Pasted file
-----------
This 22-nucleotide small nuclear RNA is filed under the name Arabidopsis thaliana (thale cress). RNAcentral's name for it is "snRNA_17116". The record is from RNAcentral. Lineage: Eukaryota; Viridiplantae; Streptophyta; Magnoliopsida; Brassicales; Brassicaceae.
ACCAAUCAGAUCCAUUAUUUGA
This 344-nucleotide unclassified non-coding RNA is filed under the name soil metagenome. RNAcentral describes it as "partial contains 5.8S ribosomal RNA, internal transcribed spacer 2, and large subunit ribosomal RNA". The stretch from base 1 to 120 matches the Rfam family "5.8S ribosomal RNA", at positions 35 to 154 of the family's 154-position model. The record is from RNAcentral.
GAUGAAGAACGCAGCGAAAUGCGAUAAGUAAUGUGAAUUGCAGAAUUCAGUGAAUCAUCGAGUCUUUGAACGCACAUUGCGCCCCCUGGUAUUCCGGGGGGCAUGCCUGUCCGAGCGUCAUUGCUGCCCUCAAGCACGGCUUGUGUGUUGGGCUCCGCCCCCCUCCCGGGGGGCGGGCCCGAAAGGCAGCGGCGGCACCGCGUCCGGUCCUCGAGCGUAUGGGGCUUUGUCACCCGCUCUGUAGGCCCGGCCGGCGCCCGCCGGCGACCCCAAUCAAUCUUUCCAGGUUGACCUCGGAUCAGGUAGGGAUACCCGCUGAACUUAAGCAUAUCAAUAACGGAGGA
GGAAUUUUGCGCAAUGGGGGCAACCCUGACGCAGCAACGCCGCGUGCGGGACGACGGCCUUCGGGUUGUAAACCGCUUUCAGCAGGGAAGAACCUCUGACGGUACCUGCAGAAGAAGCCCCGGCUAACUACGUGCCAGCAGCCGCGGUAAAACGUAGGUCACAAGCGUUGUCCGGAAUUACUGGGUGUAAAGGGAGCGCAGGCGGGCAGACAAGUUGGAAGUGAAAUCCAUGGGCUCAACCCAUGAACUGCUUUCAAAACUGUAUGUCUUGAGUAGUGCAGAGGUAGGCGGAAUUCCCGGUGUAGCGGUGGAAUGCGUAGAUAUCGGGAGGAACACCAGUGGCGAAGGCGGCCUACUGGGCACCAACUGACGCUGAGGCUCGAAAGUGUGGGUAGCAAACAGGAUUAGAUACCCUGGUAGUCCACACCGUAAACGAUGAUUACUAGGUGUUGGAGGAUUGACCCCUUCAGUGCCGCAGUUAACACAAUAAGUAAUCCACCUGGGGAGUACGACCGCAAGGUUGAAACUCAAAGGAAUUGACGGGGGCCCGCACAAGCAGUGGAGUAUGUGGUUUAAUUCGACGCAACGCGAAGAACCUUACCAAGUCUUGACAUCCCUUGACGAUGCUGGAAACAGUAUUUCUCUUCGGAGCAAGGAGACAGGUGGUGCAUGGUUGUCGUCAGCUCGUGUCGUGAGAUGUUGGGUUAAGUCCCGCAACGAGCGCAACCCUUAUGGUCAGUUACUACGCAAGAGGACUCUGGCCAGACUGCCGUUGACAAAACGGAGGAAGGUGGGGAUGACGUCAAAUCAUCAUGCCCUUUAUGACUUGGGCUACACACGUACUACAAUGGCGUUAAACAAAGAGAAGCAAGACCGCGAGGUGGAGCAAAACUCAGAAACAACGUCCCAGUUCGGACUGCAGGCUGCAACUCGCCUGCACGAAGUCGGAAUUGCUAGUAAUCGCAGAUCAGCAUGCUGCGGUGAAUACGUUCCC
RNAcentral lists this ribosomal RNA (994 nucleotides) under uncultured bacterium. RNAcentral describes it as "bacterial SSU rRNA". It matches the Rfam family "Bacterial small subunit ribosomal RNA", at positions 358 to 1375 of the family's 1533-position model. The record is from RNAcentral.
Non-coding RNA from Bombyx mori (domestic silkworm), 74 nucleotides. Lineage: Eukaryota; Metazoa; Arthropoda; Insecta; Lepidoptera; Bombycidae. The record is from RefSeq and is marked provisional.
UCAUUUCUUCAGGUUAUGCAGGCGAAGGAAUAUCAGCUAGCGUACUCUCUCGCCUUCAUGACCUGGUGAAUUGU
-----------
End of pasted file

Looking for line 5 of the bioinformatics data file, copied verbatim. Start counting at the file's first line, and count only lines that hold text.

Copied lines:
GGAAUUUUGCGCAAUGGGGGCAACCCUGACGCAGCAACGCCGCGUGCGGGACGACGGCCUUCGGGUUGUAAACCGCUUUCAGCAGGGAAGAACCUCUGACGGUACCUGCAGAAGAAGCCCCGGCUAACUACGUGCCAGCAGCCGCGGUAAAACGUAGGUCACAAGCGUUGUCCGGAAUUACUGGGUGUAAAGGGAGCGCAGGCGGGCAGACAAGUUGGAAGUGAAAUCCAUGGGCUCAACCCAUGAACUGCUUUCAAAACUGUAUGUCUUGAGUAGUGCAGAGGUAGGCGGAAUUCCCGGUGUAGCGGUGGAAUGCGUAGAUAUCGGGAGGAACACCAGUGGCGAAGGCGGCCUACUGGGCACCAACUGACGCUGAGGCUCGAAAGUGUGGGUAGCAAACAGGAUUAGAUACCCUGGUAGUCCACACCGUAAACGAUGAUUACUAGGUGUUGGAGGAUUGACCCCUUCAGUGCCGCAGUUAACACAAUAAGUAAUCCACCUGGGGAGUACGACCGCAAGGUUGAAACUCAAAGGAAUUGACGGGGGCCCGCACAAGCAGUGGAGUAUGUGGUUUAAUUCGACGCAACGCGAAGAACCUUACCAAGUCUUGACAUCCCUUGACGAUGCUGGAAACAGUAUUUCUCUUCGGAGCAAGGAGACAGGUGGUGCAUGGUUGUCGUCAGCUCGUGUCGUGAGAUGUUGGGUUAAGUCCCGCAACGAGCGCAACCCUUAUGGUCAGUUACUACGCAAGAGGACUCUGGCCAGACUGCCGUUGACAAAACGGAGGAAGGUGGGGAUGACGUCAAAUCAUCAUGCCCUUUAUGACUUGGGCUACACACGUACUACAAUGGCGUUAAACAAAGAGAAGCAAGACCGCGAGGUGGAGCAAAACUCAGAAACAACGUCCCAGUUCGGACUGCAGGCUGCAACUCGCCUGCACGAAGUCGGAAUUGCUAGUAAUCGCAGAUCAGCAUGCUGCGGUGAAUACGUUCCC